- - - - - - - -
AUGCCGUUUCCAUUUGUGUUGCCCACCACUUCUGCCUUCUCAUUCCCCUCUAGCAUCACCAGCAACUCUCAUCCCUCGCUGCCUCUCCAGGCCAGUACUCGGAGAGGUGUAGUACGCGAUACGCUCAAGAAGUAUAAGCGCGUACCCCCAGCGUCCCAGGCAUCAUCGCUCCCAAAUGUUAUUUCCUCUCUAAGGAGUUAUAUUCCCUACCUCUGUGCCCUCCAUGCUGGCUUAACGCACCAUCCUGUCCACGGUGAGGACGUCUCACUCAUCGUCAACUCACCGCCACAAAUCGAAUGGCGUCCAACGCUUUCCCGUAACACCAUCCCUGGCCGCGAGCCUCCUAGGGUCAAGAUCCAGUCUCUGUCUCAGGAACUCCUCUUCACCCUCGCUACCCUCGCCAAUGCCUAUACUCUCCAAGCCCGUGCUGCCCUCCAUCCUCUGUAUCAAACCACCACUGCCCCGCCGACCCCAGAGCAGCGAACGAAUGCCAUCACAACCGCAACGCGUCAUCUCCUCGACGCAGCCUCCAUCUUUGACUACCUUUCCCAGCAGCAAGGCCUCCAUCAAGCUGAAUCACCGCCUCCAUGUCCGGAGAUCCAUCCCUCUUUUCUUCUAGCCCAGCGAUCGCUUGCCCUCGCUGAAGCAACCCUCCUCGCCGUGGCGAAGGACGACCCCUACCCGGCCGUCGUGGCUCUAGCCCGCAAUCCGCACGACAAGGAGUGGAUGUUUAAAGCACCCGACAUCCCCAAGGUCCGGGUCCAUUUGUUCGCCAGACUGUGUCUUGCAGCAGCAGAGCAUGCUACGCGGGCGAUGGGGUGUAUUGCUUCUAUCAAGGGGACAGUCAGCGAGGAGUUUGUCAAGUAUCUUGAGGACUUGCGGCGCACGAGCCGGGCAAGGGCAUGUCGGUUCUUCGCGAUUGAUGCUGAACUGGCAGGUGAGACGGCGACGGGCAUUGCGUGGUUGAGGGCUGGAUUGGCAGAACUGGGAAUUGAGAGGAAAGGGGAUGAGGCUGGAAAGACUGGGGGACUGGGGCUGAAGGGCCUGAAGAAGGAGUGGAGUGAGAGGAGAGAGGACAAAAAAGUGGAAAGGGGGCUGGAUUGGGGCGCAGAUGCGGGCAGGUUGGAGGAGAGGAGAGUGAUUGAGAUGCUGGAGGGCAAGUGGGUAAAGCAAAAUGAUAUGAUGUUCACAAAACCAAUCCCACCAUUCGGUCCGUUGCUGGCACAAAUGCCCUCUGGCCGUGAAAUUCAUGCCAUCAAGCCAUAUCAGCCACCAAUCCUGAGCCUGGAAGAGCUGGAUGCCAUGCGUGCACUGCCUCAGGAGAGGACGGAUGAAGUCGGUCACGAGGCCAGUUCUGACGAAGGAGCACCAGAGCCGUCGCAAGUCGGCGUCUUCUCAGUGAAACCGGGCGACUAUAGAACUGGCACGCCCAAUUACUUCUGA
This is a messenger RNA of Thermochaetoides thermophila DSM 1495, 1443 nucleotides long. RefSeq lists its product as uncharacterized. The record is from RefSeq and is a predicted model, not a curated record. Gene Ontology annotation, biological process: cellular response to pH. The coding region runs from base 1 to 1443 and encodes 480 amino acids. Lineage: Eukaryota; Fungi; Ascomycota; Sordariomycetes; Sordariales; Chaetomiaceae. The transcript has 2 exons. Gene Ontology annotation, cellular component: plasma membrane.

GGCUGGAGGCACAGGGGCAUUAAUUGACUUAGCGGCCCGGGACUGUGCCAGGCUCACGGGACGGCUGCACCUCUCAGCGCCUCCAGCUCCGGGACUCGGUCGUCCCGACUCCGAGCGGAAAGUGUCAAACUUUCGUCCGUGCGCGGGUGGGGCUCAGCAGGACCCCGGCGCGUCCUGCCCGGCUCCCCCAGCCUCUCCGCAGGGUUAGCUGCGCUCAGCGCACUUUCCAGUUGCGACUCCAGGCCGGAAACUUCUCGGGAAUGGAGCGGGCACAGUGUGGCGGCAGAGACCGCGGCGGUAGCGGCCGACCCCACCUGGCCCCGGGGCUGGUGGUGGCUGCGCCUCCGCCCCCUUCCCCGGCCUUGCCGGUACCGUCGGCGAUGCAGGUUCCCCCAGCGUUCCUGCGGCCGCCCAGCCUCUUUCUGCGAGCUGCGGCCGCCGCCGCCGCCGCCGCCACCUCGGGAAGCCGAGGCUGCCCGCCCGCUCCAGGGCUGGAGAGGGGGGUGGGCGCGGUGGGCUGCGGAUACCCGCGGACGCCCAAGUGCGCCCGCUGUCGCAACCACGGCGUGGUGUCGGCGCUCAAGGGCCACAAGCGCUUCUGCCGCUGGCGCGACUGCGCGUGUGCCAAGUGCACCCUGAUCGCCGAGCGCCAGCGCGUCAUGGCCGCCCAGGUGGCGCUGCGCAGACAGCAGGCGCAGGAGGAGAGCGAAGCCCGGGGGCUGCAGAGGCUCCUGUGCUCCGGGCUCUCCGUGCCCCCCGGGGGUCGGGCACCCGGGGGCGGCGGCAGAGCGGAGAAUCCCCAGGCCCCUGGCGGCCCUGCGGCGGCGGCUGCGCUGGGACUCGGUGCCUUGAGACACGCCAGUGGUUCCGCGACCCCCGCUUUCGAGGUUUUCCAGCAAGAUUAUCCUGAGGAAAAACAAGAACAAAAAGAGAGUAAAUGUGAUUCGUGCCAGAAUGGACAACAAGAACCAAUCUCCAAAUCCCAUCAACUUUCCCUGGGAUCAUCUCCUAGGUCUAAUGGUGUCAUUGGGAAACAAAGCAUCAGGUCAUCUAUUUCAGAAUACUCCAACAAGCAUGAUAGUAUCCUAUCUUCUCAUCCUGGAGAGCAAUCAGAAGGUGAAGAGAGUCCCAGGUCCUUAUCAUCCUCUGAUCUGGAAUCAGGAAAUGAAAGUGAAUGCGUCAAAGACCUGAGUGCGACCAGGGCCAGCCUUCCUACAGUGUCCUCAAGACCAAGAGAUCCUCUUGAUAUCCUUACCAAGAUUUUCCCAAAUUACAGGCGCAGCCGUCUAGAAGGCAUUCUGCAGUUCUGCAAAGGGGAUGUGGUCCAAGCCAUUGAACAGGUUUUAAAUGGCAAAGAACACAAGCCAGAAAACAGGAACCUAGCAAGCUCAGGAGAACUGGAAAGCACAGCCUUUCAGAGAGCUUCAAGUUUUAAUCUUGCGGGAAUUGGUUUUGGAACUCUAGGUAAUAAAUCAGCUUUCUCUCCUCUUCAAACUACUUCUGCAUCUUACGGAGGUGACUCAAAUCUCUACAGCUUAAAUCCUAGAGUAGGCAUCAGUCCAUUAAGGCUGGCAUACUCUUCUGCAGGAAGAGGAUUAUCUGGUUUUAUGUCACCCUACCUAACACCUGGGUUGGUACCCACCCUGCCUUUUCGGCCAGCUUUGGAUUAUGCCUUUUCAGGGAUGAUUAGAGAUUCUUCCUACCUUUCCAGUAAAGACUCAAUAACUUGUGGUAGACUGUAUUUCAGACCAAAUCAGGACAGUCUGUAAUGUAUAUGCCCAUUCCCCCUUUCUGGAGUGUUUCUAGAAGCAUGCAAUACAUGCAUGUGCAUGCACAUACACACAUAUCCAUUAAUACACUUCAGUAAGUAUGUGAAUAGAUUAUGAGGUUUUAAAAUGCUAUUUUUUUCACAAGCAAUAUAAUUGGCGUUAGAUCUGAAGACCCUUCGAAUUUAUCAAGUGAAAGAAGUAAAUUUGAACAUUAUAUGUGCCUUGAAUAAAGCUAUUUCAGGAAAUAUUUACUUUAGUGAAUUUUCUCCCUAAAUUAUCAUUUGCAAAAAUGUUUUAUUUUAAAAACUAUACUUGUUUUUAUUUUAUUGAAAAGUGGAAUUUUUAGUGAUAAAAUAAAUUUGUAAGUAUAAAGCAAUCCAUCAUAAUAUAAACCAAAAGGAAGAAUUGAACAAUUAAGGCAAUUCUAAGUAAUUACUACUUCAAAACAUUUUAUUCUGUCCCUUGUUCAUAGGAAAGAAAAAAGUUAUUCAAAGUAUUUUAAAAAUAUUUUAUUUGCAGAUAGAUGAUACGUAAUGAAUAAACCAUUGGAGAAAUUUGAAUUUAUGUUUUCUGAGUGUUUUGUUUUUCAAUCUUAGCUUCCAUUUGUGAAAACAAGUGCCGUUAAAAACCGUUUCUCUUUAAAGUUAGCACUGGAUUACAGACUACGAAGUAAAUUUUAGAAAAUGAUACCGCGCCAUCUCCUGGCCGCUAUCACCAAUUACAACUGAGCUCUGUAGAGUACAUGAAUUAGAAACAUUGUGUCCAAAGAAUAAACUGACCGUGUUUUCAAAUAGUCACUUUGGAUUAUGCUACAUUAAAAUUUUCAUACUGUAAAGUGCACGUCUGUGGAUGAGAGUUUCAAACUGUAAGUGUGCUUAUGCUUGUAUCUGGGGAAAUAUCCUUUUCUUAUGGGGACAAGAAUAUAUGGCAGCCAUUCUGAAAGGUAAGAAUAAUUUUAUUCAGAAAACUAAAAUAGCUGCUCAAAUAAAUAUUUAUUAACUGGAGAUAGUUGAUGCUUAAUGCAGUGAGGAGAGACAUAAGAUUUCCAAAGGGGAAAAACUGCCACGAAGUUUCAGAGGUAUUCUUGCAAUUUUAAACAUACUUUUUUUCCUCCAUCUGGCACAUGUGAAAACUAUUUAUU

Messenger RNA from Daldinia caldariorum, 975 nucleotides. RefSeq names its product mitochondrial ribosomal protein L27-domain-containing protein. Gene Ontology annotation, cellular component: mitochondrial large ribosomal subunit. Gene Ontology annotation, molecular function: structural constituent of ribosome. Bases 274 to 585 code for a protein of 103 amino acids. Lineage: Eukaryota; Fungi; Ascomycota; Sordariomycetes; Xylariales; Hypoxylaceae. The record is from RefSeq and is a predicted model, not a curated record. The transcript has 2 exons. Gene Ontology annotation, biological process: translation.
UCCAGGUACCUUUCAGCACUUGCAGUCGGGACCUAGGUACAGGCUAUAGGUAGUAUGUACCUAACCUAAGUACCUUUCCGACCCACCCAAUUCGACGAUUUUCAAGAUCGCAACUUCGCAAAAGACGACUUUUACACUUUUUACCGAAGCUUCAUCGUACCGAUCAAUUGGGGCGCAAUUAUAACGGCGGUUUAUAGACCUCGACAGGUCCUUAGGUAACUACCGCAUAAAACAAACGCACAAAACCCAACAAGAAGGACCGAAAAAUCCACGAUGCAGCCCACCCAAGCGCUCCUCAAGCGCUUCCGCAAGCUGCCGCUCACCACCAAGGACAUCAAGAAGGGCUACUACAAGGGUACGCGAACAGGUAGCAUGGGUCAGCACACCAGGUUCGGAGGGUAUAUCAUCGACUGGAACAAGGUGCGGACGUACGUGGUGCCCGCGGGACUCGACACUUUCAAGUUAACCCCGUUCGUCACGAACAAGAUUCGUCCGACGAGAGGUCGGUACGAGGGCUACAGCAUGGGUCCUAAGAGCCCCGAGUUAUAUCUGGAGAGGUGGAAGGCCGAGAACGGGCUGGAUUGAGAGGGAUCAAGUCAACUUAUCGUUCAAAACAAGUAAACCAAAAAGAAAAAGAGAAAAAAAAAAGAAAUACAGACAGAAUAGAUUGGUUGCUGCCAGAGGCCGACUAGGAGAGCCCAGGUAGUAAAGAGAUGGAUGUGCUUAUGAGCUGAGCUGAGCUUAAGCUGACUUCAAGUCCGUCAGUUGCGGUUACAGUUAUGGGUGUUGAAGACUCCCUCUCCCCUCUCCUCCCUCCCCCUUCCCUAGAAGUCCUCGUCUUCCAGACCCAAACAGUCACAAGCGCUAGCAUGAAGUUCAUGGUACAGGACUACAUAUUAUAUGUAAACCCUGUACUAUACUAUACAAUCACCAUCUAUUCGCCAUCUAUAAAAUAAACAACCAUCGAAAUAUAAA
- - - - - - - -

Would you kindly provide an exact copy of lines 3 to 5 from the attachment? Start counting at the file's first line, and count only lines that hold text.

GGCUGGAGGCACAGGGGCAUUAAUUGACUUAGCGGCCCGGGACUGUGCCAGGCUCACGGGACGGCUGCACCUCUCAGCGCCUCCAGCUCCGGGACUCGGUCGUCCCGACUCCGAGCGGAAAGUGUCAAACUUUCGUCCGUGCGCGGGUGGGGCUCAGCAGGACCCCGGCGCGUCCUGCCCGGCUCCCCCAGCCUCUCCGCAGGGUUAGCUGCGCUCAGCGCACUUUCCAGUUGCGACUCCAGGCCGGAAACUUCUCGGGAAUGGAGCGGGCACAGUGUGGCGGCAGAGACCGCGGCGGUAGCGGCCGACCCCACCUGGCCCCGGGGCUGGUGGUGGCUGCGCCUCCGCCCCCUUCCCCGGCCUUGCCGGUACCGUCGGCGAUGCAGGUUCCCCCAGCGUUCCUGCGGCCGCCCAGCCUCUUUCUGCGAGCUGCGGCCGCCGCCGCCGCCGCCGCCACCUCGGGAAGCCGAGGCUGCCCGCCCGCUCCAGGGCUGGAGAGGGGGGUGGGCGCGGUGGGCUGCGGAUACCCGCGGACGCCCAAGUGCGCCCGCUGUCGCAACCACGGCGUGGUGUCGGCGCUCAAGGGCCACAAGCGCUUCUGCCGCUGGCGCGACUGCGCGUGUGCCAAGUGCACCCUGAUCGCCGAGCGCCAGCGCGUCAUGGCCGCCCAGGUGGCGCUGCGCAGACAGCAGGCGCAGGAGGAGAGCGAAGCCCGGGGGCUGCAGAGGCUCCUGUGCUCCGGGCUCUCCGUGCCCCCCGGGGGUCGGGCACCCGGGGGCGGCGGCAGAGCGGAGAAUCCCCAGGCCCCUGGCGGCCCUGCGGCGGCGGCUGCGCUGGGACUCGGUGCCUUGAGACACGCCAGUGGUUCCGCGACCCCCGCUUUCGAGGUUUUCCAGCAAGAUUAUCCUGAGGAAAAACAAGAACAAAAAGAGAGUAAAUGUGAUUCGUGCCAGAAUGGACAACAAGAACCAAUCUCCAAAUCCCAUCAACUUUCCCUGGGAUCAUCUCCUAGGUCUAAUGGUGUCAUUGGGAAACAAAGCAUCAGGUCAUCUAUUUCAGAAUACUCCAACAAGCAUGAUAGUAUCCUAUCUUCUCAUCCUGGAGAGCAAUCAGAAGGUGAAGAGAGUCCCAGGUCCUUAUCAUCCUCUGAUCUGGAAUCAGGAAAUGAAAGUGAAUGCGUCAAAGACCUGAGUGCGACCAGGGCCAGCCUUCCUACAGUGUCCUCAAGACCAAGAGAUCCUCUUGAUAUCCUUACCAAGAUUUUCCCAAAUUACAGGCGCAGCCGUCUAGAAGGCAUUCUGCAGUUCUGCAAAGGGGAUGUGGUCCAAGCCAUUGAACAGGUUUUAAAUGGCAAAGAACACAAGCCAGAAAACAGGAACCUAGCAAGCUCAGGAGAACUGGAAAGCACAGCCUUUCAGAGAGCUUCAAGUUUUAAUCUUGCGGGAAUUGGUUUUGGAACUCUAGGUAAUAAAUCAGCUUUCUCUCCUCUUCAAACUACUUCUGCAUCUUACGGAGGUGACUCAAAUCUCUACAGCUUAAAUCCUAGAGUAGGCAUCAGUCCAUUAAGGCUGGCAUACUCUUCUGCAGGAAGAGGAUUAUCUGGUUUUAUGUCACCCUACCUAACACCUGGGUUGGUACCCACCCUGCCUUUUCGGCCAGCUUUGGAUUAUGCCUUUUCAGGGAUGAUUAGAGAUUCUUCCUACCUUUCCAGUAAAGACUCAAUAACUUGUGGUAGACUGUAUUUCAGACCAAAUCAGGACAGUCUGUAAUGUAUAUGCCCAUUCCCCCUUUCUGGAGUGUUUCUAGAAGCAUGCAAUACAUGCAUGUGCAUGCACAUACACACAUAUCCAUUAAUACACUUCAGUAAGUAUGUGAAUAGAUUAUGAGGUUUUAAAAUGCUAUUUUUUUCACAAGCAAUAUAAUUGGCGUUAGAUCUGAAGACCCUUCGAAUUUAUCAAGUGAAAGAAGUAAAUUUGAACAUUAUAUGUGCCUUGAAUAAAGCUAUUUCAGGAAAUAUUUACUUUAGUGAAUUUUCUCCCUAAAUUAUCAUUUGCAAAAAUGUUUUAUUUUAAAAACUAUACUUGUUUUUAUUUUAUUGAAAAGUGGAAUUUUUAGUGAUAAAAUAAAUUUGUAAGUAUAAAGCAAUCCAUCAUAAUAUAAACCAAAAGGAAGAAUUGAACAAUUAAGGCAAUUCUAAGUAAUUACUACUUCAAAACAUUUUAUUCUGUCCCUUGUUCAUAGGAAAGAAAAAAGUUAUUCAAAGUAUUUUAAAAAUAUUUUAUUUGCAGAUAGAUGAUACGUAAUGAAUAAACCAUUGGAGAAAUUUGAAUUUAUGUUUUCUGAGUGUUUUGUUUUUCAAUCUUAGCUUCCAUUUGUGAAAACAAGUGCCGUUAAAAACCGUUUCUCUUUAAAGUUAGCACUGGAUUACAGACUACGAAGUAAAUUUUAGAAAAUGAUACCGCGCCAUCUCCUGGCCGCUAUCACCAAUUACAACUGAGCUCUGUAGAGUACAUGAAUUAGAAACAUUGUGUCCAAAGAAUAAACUGACCGUGUUUUCAAAUAGUCACUUUGGAUUAUGCUACAUUAAAAUUUUCAUACUGUAAAGUGCACGUCUGUGGAUGAGAGUUUCAAACUGUAAGUGUGCUUAUGCUUGUAUCUGGGGAAAUAUCCUUUUCUUAUGGGGACAAGAAUAUAUGGCAGCCAUUCUGAAAGGUAAGAAUAAUUUUAUUCAGAAAACUAAAAUAGCUGCUCAAAUAAAUAUUUAUUAACUGGAGAUAGUUGAUGCUUAAUGCAGUGAGGAGAGACAUAAGAUUUCCAAAGGGGAAAAACUGCCACGAAGUUUCAGAGGUAUUCUUGCAAUUUUAAACAUACUUUUUUUCCUCCAUCUGGCACAUGUGAAAACUAUUUAUU

Messenger RNA from Daldinia caldariorum, 975 nucleotides. RefSeq names its product mitochondrial ribosomal protein L27-domain-containing protein. Gene Ontology annotation, cellular component: mitochondrial large ribosomal subunit. Gene Ontology annotation, molecular function: structural constituent of ribosome. Bases 274 to 585 code for a protein of 103 amino acids. Lineage: Eukaryota; Fungi; Ascomycota; Sordariomycetes; Xylariales; Hypoxylaceae. The record is from RefSeq and is a predicted model, not a curated record. The transcript has 2 exons. Gene Ontology annotation, biological process: translation.
UCCAGGUACCUUUCAGCACUUGCAGUCGGGACCUAGGUACAGGCUAUAGGUAGUAUGUACCUAACCUAAGUACCUUUCCGACCCACCCAAUUCGACGAUUUUCAAGAUCGCAACUUCGCAAAAGACGACUUUUACACUUUUUACCGAAGCUUCAUCGUACCGAUCAAUUGGGGCGCAAUUAUAACGGCGGUUUAUAGACCUCGACAGGUCCUUAGGUAACUACCGCAUAAAACAAACGCACAAAACCCAACAAGAAGGACCGAAAAAUCCACGAUGCAGCCCACCCAAGCGCUCCUCAAGCGCUUCCGCAAGCUGCCGCUCACCACCAAGGACAUCAAGAAGGGCUACUACAAGGGUACGCGAACAGGUAGCAUGGGUCAGCACACCAGGUUCGGAGGGUAUAUCAUCGACUGGAACAAGGUGCGGACGUACGUGGUGCCCGCGGGACUCGACACUUUCAAGUUAACCCCGUUCGUCACGAACAAGAUUCGUCCGACGAGAGGUCGGUACGAGGGCUACAGCAUGGGUCCUAAGAGCCCCGAGUUAUAUCUGGAGAGGUGGAAGGCCGAGAACGGGCUGGAUUGAGAGGGAUCAAGUCAACUUAUCGUUCAAAACAAGUAAACCAAAAAGAAAAAGAGAAAAAAAAAAGAAAUACAGACAGAAUAGAUUGGUUGCUGCCAGAGGCCGACUAGGAGAGCCCAGGUAGUAAAGAGAUGGAUGUGCUUAUGAGCUGAGCUGAGCUUAAGCUGACUUCAAGUCCGUCAGUUGCGGUUACAGUUAUGGGUGUUGAAGACUCCCUCUCCCCUCUCCUCCCUCCCCCUUCCCUAGAAGUCCUCGUCUUCCAGACCCAAACAGUCACAAGCGCUAGCAUGAAGUUCAUGGUACAGGACUACAUAUUAUAUGUAAACCCUGUACUAUACUAUACAAUCACCAUCUAUUCGCCAUCUAUAAAAUAAACAACCAUCGAAAUAUAAA